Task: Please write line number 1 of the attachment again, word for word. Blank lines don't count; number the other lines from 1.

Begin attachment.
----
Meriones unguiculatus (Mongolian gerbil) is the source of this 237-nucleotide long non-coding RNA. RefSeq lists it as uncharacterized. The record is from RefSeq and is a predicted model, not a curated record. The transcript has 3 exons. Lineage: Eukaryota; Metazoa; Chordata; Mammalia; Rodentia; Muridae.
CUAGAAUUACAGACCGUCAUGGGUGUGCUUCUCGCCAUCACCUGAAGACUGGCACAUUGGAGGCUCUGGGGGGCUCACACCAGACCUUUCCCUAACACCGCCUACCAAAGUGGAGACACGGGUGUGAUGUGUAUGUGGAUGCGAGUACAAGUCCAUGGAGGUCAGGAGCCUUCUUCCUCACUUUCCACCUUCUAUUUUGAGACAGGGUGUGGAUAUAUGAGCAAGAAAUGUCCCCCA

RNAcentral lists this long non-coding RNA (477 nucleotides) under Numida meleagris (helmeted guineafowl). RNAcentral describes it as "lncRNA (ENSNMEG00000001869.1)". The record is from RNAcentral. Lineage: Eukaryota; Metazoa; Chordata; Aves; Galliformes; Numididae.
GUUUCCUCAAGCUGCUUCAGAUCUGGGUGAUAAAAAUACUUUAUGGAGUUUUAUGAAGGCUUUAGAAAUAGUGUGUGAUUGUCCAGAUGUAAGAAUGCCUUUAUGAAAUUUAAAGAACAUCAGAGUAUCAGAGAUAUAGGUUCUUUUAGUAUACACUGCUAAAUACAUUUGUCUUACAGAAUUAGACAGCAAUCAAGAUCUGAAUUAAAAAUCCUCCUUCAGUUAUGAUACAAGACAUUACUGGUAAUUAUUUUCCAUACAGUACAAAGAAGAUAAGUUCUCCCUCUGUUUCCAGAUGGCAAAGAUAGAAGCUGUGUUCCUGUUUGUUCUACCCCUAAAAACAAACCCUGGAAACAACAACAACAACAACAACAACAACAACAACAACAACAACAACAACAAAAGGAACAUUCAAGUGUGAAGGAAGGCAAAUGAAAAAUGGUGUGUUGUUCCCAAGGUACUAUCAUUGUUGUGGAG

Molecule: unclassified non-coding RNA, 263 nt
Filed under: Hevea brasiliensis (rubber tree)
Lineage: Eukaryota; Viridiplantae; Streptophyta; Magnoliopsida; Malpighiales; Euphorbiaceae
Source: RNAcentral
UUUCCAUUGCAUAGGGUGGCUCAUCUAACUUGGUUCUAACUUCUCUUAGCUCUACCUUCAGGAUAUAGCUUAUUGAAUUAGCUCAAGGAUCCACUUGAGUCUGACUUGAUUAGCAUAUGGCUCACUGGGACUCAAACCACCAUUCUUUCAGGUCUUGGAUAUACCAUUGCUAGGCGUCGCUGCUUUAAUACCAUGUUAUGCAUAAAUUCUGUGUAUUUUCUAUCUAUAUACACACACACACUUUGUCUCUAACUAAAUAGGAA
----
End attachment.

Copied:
Meriones unguiculatus (Mongolian gerbil) is the source of this 237-nucleotide long non-coding RNA. RefSeq lists it as uncharacterized. The record is from RefSeq and is a predicted model, not a curated record. The transcript has 3 exons. Lineage: Eukaryota; Metazoa; Chordata; Mammalia; Rodentia; Muridae.